Justin Gatlin: I’m the guy to beat right now

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Justin Gatlin didn’t lack confidence at his first meet of the season Saturday.

“This year is all about medals. I want to win when it counts,” Gatlin said at the Texas Relays, according to The Associated Press. “I’d say I’m the guy to beat right now.”

Would Usain Bolt agree?

Gatlin, who debuted in a relay at the Texas meet, has not raced Bolt since September 2013. In August 2013, Bolt won the World Championships 100m final, 9.77 seconds to Gatlin’s 9.85.

In 2014, Gatlin posted five of the six fastest 100m times, including a best of 9.77. Bolt ran a total of 400 meters in competition for the year, half in relays, and cut his campaign short due to March foot surgery.

Yohan Blake, the 2012 Olympic 100m and 200m silver medalist behind Bolt, said in January, “You could say he’s [Gatlin] the man.”

Bolt said in August that he didn’t think he would have beaten Gatlin if they raced against each other last year.

Asked of Gatlin again in February, Bolt chuckled softly and chose his words carefully. Bolt has said he’s in favor of lifetime bans for athletes who purposely cheat. Gatlin is five years removed from a four-year doping ban.

“I try to be a nice person here, not say anything rude,” Bolt said in February, pausing to continue his thought. “He did well last season. So that’s good.”

Gatlin recently made headlines by re-signing with Nike, which had dropped him after his initial drug ban in 2006.

This season, Gatlin, 33, hopes to become the oldest man to win an Olympic or World Championships 100m. He’s not expected to go head-to-head with Bolt before then, though Bolt will race individually in the U.S. for the first time in seven years.

Domestically, Gatlin’s biggest threat may be a man he hugged at the Texas Relays on Saturday. That’s Baylor sophomore Trayvon Bromell, the World junior 100m champion in a junior record 9.97 seconds last June. Bromell is 14 years younger and four inches shorter than Gatlin.

Only Gatlin, Tyson Gay and Mike Rodgers ran faster than Bromell last year, among Americans.

“The sky’s the limit,” Gatlin said of Bromell, according to The Associated Press. “Some people question his height and his size, but he’s able to use his body to his advantage. [Last year] was a year when short striders were the fastest sprinters. It hasn’t hurt anybody else.”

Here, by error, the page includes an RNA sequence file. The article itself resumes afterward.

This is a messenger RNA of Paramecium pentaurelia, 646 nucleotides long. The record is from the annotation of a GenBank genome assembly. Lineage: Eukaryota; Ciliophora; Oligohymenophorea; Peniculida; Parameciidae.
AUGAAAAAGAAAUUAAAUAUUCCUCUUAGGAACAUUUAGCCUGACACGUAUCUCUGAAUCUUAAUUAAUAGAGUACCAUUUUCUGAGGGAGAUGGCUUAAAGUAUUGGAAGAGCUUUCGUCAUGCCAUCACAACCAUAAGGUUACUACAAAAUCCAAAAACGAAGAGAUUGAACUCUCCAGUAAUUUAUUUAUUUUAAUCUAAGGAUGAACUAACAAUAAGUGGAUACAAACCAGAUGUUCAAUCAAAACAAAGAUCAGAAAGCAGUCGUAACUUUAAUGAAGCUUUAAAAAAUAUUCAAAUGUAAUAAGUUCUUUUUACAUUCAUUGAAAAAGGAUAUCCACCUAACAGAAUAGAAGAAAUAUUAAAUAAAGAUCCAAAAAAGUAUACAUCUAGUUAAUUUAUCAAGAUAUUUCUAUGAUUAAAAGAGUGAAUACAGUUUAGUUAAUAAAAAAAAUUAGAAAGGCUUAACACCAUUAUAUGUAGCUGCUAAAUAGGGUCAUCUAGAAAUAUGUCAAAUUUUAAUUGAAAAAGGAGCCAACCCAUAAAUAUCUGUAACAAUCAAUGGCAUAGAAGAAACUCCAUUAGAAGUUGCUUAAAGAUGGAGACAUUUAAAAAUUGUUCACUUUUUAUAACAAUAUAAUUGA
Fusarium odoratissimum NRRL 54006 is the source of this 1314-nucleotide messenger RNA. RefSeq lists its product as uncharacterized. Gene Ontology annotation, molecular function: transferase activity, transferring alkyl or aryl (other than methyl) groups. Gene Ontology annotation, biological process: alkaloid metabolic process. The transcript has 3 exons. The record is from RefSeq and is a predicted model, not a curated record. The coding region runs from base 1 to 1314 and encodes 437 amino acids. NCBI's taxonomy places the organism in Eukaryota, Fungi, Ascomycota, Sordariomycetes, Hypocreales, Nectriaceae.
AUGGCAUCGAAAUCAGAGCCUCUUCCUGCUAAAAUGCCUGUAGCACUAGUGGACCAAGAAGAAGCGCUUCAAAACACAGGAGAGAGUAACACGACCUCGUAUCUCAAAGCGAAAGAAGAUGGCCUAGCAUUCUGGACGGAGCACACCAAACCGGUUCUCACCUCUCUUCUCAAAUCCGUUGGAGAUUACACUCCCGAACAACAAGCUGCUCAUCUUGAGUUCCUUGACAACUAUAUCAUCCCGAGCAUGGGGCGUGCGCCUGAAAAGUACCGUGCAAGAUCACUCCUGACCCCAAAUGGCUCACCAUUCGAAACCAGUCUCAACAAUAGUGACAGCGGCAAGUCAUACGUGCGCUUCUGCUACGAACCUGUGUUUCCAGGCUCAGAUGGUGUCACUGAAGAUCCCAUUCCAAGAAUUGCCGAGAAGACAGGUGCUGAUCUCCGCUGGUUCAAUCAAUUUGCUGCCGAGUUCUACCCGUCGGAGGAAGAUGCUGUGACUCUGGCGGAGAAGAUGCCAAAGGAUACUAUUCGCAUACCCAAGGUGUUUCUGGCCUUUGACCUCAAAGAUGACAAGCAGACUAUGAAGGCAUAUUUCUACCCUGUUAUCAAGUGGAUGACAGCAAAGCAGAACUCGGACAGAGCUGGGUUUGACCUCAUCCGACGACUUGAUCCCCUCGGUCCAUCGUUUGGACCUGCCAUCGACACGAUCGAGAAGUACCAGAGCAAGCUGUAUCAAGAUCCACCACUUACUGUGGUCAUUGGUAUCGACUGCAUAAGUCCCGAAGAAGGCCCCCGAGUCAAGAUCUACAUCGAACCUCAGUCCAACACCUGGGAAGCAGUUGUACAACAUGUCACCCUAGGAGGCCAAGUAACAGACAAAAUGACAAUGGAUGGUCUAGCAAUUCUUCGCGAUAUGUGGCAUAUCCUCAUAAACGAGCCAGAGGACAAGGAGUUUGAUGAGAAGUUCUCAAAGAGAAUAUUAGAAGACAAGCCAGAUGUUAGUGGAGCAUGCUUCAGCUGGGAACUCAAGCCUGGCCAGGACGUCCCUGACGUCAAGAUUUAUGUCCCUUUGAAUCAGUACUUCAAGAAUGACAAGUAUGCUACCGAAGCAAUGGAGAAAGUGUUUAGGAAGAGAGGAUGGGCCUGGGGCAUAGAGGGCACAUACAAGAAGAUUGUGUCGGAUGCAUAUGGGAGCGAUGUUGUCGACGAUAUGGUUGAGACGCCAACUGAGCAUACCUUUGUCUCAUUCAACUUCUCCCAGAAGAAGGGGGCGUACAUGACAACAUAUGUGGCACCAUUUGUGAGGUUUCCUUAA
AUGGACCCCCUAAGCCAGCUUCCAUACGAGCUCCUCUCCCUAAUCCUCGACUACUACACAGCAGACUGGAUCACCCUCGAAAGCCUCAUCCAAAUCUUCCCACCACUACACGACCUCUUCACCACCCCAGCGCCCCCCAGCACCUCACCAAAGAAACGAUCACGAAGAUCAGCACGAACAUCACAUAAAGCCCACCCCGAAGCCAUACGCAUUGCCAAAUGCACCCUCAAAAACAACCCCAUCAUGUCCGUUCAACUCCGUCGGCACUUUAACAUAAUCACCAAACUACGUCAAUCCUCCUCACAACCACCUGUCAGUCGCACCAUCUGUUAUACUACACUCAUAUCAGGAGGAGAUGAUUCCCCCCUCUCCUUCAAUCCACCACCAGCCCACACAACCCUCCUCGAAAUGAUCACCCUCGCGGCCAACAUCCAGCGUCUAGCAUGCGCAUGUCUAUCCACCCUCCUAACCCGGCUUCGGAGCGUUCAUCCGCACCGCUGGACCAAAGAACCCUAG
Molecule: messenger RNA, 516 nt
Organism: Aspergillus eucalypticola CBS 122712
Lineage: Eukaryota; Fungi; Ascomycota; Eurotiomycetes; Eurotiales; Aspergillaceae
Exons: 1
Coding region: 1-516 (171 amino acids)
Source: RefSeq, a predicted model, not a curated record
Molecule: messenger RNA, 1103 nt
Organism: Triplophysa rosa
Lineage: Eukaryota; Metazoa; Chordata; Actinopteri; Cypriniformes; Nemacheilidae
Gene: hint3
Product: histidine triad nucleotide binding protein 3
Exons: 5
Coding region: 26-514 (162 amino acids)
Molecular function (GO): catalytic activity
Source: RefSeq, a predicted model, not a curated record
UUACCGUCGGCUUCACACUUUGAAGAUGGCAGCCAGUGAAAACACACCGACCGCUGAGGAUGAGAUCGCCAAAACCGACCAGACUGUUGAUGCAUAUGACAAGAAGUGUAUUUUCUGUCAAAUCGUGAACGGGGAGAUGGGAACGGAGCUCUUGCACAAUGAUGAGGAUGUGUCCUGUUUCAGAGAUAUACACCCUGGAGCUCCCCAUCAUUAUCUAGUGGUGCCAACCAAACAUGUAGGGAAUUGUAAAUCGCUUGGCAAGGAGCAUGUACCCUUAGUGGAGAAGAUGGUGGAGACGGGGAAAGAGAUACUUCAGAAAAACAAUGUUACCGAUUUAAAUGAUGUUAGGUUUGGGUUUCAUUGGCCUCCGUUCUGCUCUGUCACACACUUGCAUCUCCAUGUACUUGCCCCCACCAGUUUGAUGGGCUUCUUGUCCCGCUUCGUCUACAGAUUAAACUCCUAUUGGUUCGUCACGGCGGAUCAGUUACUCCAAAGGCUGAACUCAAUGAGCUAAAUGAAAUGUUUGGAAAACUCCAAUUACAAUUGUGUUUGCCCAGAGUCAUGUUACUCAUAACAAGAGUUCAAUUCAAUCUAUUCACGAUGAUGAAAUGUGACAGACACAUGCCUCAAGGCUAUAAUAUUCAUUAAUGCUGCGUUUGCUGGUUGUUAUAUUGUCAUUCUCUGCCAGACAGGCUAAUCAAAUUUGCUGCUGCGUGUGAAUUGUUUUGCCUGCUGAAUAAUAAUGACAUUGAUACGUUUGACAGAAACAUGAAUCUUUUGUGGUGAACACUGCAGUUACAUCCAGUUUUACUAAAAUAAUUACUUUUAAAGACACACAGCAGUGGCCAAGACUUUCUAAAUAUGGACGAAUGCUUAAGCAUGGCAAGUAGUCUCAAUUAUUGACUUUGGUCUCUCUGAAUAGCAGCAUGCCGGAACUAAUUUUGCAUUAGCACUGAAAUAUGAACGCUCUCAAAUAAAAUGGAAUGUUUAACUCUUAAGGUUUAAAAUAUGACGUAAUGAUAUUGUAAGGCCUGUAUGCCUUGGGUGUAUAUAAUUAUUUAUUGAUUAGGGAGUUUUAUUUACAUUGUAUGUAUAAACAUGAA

Bromell, who ran a wind-aided 9.90 on Saturday, also impressed Pro Bowl running back Jamaal Charles.

Charles, a former NCAA Championships 100m finalist for the University of Texas, introduced himself to Bromell, but Bromell did not recognize him, according to the Austin American-Statesman.

“I knew it had to be a football player,” Bromell said, according to the report. “He looks like a football player. But I only study track.”

Usain Bolt details retirement plan for 2017

*Correction: A previous version of this story incorrectly stated that Usain Bolt and Justin Gatlin last raced at the 2013 World Championships. They last raced at a Diamond League meet in Brussels in September 2013.

Ukraine Olympic champion auctions gold medals to support his country

Yuriy Cheban
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Sprint canoeist Yuriy Cheban, Ukraine’s most decorated male Olympian, is auctioning his two gold medals and one bronze medal to support his country’s defense and recovery efforts amid the war with Russia.

“It was one of the best moments of my life that can be compared only with the birth of my child,” Cheban posted specifically about his repeat 200m gold at his last Olympics in Rio in 2016. “This Olympic finish left a great memory forever in the world history and in the hearts of Ukraine.

“Time to move on, I would like these medals to benefit Ukrainians once again.”

Cheban, a 36-year-old who coached Ukraine canoeists at the Tokyo Games, took 500m bronze in 2008 before his 200m golds in 2012 and 2016, all in individual races.